Bold, Edit, Discuss (B-E-D)[edit]

Another method to achieve consensus is a three-part process: Be Bold (i.e., make a change), Edit (watch to see if another Editor responds with further changes) and Discuss (take it to the talk page and attempt to find a compromise).

B-E-D Consensus Flowchart

This method assumes consensus, rather than waits for it to rear its head. It works from the premise that the article of interest, as it currently exists, enjoys consensus amongst all interested parties, which must be the reason for the current state of the article. However, if enough time has passed, and accepting that consensus can change, an Editor approaches the article with a different or modified idea of what should be incorporated within the article. In the first step of the B-E-D process, this Editor acts boldly and makes the change.

The second step has the first Editor monitor the article in its new state, to observe if another Editor may make an edit. If the new edit modifies the last edit, the first Editor has now identified an interested party. The affected section may now no longer have consensus.

If this is the case and the first Editor disagrees with this newer edit, he approaches the second Editor (whether on the article's talk page or on the user's) and makes an attempt to reach a compromise or an agreement. This would involve discussion. A reasonable amount of time should be allotted (with the understanding that 'reasonable' is relative) before the first Editor determines the second may no longer be an interested party. In that case, he is free to revert the edit. If at any time the reversion is challenged, that indicates the discussion phase is in play and all attempts should be made to reach a compromise. Again, if discussion does not continue but peters out, it can be assumed new consensus has been reached according to the interested parties' last edit.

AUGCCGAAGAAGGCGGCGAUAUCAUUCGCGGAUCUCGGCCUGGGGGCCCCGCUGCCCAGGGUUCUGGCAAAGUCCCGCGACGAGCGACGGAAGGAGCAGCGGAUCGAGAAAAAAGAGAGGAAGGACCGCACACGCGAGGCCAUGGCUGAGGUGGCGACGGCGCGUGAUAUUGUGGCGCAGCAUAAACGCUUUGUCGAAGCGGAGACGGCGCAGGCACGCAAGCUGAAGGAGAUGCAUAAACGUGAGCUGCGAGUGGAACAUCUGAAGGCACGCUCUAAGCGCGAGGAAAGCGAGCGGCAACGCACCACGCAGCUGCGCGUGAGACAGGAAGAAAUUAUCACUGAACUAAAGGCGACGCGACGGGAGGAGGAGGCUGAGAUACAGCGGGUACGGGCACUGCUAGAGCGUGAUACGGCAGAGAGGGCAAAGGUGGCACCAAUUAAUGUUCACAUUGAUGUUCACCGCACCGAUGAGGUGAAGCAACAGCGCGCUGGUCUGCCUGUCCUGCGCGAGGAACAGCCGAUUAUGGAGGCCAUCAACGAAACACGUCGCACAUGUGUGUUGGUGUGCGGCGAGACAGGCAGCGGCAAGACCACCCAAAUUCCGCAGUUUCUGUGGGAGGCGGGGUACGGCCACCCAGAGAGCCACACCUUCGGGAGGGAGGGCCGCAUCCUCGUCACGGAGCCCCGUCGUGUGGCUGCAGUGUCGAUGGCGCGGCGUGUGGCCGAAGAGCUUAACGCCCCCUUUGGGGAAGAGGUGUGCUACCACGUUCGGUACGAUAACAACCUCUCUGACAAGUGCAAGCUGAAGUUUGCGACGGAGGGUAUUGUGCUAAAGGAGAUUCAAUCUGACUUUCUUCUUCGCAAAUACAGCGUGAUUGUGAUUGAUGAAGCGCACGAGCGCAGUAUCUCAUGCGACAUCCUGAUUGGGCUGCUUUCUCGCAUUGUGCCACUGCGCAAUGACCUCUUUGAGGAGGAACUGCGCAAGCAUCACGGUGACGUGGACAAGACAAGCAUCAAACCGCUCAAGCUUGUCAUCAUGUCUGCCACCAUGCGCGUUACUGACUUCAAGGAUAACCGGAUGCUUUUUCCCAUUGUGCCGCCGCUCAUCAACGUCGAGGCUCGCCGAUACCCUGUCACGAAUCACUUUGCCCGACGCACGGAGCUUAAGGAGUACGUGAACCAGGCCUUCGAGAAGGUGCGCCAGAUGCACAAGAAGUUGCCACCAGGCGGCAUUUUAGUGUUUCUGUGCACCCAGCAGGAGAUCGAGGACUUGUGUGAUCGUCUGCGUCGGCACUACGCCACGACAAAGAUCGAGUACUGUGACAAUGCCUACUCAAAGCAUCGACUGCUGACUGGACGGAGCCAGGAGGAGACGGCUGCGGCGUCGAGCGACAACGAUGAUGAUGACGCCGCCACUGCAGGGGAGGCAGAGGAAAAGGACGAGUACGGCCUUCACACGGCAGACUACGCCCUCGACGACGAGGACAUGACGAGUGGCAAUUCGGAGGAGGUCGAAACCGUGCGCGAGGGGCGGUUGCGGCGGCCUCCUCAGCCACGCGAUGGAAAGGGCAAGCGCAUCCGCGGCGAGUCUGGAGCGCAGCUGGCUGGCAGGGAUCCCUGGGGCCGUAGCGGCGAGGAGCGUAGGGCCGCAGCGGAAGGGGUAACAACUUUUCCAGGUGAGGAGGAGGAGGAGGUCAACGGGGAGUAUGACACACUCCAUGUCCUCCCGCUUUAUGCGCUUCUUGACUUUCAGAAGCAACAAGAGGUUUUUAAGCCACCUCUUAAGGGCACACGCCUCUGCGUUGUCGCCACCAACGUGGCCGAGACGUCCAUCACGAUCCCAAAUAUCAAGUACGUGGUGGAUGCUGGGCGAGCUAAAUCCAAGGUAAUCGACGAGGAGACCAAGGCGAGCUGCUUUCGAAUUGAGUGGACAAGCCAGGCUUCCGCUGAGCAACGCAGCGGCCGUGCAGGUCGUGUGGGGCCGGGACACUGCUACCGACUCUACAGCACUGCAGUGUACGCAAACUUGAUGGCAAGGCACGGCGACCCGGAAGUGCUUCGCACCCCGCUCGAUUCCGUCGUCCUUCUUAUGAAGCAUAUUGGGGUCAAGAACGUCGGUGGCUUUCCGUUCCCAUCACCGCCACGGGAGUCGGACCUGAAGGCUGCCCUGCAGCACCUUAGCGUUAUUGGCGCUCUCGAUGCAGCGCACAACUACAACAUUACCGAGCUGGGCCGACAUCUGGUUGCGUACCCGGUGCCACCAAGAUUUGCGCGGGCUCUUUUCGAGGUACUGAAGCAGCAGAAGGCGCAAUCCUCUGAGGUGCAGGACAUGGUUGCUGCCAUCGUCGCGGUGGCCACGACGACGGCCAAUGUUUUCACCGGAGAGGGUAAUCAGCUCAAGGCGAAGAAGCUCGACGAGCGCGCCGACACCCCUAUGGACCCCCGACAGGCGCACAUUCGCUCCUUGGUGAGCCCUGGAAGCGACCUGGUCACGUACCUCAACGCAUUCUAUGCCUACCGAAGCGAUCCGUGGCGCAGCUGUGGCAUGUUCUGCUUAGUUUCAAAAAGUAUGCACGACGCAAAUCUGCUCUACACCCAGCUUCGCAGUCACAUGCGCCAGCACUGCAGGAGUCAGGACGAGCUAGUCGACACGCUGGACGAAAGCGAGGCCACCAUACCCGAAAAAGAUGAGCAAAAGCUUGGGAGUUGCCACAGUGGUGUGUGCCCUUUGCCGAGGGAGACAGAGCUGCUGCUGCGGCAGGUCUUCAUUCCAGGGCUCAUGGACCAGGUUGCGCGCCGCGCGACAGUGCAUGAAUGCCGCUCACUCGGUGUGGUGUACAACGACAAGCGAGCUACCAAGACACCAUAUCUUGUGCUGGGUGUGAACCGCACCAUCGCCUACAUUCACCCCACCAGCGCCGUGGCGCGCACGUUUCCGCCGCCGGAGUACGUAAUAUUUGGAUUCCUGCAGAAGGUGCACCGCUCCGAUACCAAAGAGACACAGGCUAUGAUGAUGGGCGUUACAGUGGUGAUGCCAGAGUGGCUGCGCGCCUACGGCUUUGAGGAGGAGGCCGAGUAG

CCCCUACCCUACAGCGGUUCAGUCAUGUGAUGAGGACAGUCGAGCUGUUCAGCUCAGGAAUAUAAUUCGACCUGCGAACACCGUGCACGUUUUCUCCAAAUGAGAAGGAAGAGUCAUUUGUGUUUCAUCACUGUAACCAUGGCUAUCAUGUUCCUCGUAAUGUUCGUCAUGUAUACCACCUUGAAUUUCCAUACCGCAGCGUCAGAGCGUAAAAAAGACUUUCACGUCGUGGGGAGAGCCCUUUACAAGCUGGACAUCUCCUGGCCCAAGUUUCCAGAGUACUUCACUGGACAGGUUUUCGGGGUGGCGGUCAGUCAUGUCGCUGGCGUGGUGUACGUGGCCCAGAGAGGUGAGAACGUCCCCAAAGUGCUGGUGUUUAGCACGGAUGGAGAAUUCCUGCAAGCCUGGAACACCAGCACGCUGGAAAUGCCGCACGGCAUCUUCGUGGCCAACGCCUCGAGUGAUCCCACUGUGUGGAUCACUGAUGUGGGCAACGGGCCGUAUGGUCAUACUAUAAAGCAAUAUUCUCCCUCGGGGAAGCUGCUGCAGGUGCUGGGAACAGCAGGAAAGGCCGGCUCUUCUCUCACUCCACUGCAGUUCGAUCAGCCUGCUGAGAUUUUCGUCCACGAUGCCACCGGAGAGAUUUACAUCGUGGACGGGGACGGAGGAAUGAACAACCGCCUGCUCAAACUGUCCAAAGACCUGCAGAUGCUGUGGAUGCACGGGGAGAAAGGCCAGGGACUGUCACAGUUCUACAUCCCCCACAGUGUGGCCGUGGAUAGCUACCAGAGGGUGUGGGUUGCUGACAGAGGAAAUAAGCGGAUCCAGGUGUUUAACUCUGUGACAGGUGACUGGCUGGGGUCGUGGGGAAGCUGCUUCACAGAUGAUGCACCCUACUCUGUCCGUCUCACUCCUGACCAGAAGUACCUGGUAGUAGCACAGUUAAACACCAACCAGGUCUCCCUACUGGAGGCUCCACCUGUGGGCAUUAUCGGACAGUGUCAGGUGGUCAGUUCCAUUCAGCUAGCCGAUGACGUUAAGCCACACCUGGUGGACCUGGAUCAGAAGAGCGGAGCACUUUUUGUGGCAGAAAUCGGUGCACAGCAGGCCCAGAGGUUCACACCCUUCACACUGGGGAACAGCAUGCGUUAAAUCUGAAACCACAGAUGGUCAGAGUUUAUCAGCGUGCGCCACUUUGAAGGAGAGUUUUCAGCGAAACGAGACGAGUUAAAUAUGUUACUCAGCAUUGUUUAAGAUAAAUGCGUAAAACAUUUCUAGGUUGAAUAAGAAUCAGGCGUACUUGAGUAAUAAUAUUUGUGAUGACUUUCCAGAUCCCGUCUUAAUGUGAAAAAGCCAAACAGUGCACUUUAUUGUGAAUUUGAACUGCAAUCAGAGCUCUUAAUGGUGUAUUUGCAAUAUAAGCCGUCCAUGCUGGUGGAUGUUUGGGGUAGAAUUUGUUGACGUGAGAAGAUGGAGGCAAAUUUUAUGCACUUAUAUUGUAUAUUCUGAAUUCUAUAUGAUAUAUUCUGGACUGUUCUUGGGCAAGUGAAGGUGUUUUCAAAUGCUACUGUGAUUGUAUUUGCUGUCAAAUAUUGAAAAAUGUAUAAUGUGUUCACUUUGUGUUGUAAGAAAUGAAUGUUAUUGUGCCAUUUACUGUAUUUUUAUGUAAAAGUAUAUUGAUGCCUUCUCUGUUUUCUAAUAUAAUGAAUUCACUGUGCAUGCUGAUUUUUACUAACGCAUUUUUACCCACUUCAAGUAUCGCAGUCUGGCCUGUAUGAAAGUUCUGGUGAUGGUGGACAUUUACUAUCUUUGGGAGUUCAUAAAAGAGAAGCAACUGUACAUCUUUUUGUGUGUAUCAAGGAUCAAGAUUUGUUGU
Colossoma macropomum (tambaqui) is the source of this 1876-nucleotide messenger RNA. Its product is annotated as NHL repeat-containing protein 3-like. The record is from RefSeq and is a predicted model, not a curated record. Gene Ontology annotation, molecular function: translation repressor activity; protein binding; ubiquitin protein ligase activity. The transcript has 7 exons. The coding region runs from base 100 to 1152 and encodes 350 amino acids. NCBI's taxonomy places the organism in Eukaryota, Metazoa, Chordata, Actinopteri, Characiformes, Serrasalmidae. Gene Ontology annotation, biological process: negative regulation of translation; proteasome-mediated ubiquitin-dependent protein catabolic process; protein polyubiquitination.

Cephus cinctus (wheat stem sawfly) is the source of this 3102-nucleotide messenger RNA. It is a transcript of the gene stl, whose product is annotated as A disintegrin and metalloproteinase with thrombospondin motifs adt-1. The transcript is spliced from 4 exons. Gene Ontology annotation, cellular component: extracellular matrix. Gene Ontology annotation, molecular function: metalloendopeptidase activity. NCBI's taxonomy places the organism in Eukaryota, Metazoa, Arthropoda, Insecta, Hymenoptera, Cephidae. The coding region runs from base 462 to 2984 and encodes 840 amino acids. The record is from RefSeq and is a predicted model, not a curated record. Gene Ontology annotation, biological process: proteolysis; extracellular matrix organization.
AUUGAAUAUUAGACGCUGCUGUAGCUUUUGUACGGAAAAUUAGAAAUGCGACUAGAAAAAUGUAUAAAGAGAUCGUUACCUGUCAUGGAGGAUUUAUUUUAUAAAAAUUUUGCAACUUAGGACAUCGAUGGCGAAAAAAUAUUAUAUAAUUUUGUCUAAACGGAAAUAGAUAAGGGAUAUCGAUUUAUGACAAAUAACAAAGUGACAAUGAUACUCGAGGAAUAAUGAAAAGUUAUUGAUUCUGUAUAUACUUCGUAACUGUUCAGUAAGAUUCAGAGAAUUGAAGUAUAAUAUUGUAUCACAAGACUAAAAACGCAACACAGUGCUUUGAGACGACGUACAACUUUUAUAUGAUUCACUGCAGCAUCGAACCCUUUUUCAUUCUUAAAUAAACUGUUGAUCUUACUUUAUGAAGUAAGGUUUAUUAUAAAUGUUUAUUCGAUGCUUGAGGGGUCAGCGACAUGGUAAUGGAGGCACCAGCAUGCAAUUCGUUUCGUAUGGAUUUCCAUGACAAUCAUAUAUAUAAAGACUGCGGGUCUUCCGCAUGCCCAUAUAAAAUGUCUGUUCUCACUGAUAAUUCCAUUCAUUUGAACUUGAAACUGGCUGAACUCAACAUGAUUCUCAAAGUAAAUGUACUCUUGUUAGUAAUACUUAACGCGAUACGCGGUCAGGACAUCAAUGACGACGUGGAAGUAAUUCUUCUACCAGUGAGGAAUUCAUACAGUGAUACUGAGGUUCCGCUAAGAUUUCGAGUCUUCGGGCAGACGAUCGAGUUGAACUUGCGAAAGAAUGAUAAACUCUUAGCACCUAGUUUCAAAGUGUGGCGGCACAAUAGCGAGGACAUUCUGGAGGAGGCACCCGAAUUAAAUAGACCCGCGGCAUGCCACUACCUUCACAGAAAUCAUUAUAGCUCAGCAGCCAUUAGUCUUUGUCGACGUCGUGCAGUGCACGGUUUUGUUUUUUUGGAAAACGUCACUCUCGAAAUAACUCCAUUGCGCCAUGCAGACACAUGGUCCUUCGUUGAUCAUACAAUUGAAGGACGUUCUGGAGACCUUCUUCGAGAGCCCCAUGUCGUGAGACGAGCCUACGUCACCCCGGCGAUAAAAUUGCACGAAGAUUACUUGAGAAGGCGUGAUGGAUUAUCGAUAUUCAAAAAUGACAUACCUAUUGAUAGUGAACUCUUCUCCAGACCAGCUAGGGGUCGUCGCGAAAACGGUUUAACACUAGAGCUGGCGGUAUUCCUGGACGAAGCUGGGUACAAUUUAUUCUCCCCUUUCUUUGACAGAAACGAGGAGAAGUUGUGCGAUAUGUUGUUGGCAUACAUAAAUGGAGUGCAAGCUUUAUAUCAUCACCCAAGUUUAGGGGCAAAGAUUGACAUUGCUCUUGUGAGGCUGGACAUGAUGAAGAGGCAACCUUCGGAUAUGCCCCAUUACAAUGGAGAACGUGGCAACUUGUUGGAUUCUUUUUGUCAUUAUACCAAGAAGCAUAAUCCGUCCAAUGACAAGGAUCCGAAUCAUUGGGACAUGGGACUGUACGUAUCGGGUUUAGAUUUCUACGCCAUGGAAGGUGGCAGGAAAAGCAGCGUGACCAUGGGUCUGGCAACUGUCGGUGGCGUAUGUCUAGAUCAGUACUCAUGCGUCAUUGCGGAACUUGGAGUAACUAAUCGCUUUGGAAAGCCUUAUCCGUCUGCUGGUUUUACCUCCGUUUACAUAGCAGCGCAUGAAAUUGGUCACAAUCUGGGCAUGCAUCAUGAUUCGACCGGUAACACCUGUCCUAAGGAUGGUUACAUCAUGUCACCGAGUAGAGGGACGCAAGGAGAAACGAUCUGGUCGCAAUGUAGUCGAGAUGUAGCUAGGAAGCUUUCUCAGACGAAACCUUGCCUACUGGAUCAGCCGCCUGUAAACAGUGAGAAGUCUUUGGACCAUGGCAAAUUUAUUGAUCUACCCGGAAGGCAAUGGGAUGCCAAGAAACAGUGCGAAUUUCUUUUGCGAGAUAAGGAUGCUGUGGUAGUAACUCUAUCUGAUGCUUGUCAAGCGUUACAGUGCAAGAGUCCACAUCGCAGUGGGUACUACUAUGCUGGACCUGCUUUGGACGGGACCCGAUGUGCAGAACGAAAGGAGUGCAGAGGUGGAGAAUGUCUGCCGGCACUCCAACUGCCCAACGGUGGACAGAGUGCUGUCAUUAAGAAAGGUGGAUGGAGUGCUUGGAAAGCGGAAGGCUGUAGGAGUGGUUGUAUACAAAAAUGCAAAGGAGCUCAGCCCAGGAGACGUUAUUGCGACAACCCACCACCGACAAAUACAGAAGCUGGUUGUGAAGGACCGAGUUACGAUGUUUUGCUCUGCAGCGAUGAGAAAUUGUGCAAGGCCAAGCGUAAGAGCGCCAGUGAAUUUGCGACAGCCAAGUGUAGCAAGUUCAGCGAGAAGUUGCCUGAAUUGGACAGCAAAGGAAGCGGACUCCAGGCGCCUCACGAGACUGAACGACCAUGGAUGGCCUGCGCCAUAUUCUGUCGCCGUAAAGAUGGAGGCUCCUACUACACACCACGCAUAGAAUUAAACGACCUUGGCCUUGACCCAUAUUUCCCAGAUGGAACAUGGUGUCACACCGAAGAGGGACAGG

Most importantly, for the B-E-D method to be successful, respect for other Editors' opinions, along with an allowance for a fair amount of response time, must be maintained.